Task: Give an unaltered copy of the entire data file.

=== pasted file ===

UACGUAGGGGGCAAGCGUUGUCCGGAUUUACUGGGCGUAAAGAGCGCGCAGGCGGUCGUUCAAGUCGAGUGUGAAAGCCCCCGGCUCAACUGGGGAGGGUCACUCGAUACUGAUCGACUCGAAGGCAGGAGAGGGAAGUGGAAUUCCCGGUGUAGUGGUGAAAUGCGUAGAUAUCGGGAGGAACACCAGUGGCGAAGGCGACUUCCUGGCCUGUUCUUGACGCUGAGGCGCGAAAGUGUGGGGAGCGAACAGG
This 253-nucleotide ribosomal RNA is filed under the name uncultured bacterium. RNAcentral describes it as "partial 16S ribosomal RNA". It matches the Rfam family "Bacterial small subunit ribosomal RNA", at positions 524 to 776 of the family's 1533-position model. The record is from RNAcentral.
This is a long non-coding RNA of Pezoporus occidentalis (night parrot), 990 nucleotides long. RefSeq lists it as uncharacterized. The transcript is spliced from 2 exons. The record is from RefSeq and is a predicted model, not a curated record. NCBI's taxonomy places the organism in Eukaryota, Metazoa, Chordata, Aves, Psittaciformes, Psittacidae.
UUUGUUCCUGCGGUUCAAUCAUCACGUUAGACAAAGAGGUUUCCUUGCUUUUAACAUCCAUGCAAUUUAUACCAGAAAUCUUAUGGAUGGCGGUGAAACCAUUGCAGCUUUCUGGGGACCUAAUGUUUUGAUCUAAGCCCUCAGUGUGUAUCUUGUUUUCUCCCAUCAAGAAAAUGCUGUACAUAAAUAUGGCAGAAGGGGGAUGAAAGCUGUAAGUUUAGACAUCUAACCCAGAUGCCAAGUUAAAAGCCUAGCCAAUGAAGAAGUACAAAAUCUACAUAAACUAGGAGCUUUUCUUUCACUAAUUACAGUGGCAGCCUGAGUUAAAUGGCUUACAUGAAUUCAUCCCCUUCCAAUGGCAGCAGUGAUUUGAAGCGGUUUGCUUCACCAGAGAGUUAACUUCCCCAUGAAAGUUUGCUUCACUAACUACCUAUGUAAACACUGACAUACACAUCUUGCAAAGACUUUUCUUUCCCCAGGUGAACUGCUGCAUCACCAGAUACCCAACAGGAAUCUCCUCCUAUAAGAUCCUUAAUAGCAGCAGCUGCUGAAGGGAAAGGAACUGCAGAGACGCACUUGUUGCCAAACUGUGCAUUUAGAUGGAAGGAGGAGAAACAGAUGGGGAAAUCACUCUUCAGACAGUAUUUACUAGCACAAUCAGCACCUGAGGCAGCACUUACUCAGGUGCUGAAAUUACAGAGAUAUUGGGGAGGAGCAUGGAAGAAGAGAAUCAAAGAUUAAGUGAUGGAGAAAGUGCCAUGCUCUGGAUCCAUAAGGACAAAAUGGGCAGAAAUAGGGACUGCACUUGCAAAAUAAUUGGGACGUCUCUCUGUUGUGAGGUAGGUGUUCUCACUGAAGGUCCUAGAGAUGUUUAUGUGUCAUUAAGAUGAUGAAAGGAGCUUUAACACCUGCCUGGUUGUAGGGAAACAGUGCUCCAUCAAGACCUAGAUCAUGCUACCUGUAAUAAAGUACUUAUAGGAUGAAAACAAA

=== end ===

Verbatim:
UACGUAGGGGGCAAGCGUUGUCCGGAUUUACUGGGCGUAAAGAGCGCGCAGGCGGUCGUUCAAGUCGAGUGUGAAAGCCCCCGGCUCAACUGGGGAGGGUCACUCGAUACUGAUCGACUCGAAGGCAGGAGAGGGAAGUGGAAUUCCCGGUGUAGUGGUGAAAUGCGUAGAUAUCGGGAGGAACACCAGUGGCGAAGGCGACUUCCUGGCCUGUUCUUGACGCUGAGGCGCGAAAGUGUGGGGAGCGAACAGG
This 253-nucleotide ribosomal RNA is filed under the name uncultured bacterium. RNAcentral describes it as "partial 16S ribosomal RNA". It matches the Rfam family "Bacterial small subunit ribosomal RNA", at positions 524 to 776 of the family's 1533-position model. The record is from RNAcentral.
This is a long non-coding RNA of Pezoporus occidentalis (night parrot), 990 nucleotides long. RefSeq lists it as uncharacterized. The transcript is spliced from 2 exons. The record is from RefSeq and is a predicted model, not a curated record. NCBI's taxonomy places the organism in Eukaryota, Metazoa, Chordata, Aves, Psittaciformes, Psittacidae.
UUUGUUCCUGCGGUUCAAUCAUCACGUUAGACAAAGAGGUUUCCUUGCUUUUAACAUCCAUGCAAUUUAUACCAGAAAUCUUAUGGAUGGCGGUGAAACCAUUGCAGCUUUCUGGGGACCUAAUGUUUUGAUCUAAGCCCUCAGUGUGUAUCUUGUUUUCUCCCAUCAAGAAAAUGCUGUACAUAAAUAUGGCAGAAGGGGGAUGAAAGCUGUAAGUUUAGACAUCUAACCCAGAUGCCAAGUUAAAAGCCUAGCCAAUGAAGAAGUACAAAAUCUACAUAAACUAGGAGCUUUUCUUUCACUAAUUACAGUGGCAGCCUGAGUUAAAUGGCUUACAUGAAUUCAUCCCCUUCCAAUGGCAGCAGUGAUUUGAAGCGGUUUGCUUCACCAGAGAGUUAACUUCCCCAUGAAAGUUUGCUUCACUAACUACCUAUGUAAACACUGACAUACACAUCUUGCAAAGACUUUUCUUUCCCCAGGUGAACUGCUGCAUCACCAGAUACCCAACAGGAAUCUCCUCCUAUAAGAUCCUUAAUAGCAGCAGCUGCUGAAGGGAAAGGAACUGCAGAGACGCACUUGUUGCCAAACUGUGCAUUUAGAUGGAAGGAGGAGAAACAGAUGGGGAAAUCACUCUUCAGACAGUAUUUACUAGCACAAUCAGCACCUGAGGCAGCACUUACUCAGGUGCUGAAAUUACAGAGAUAUUGGGGAGGAGCAUGGAAGAAGAGAAUCAAAGAUUAAGUGAUGGAGAAAGUGCCAUGCUCUGGAUCCAUAAGGACAAAAUGGGCAGAAAUAGGGACUGCACUUGCAAAAUAAUUGGGACGUCUCUCUGUUGUGAGGUAGGUGUUCUCACUGAAGGUCCUAGAGAUGUUUAUGUGUCAUUAAGAUGAUGAAAGGAGCUUUAACACCUGCCUGGUUGUAGGGAAACAGUGCUCCAUCAAGACCUAGAUCAUGCUACCUGUAAUAAAGUACUUAUAGGAUGAAAACAAA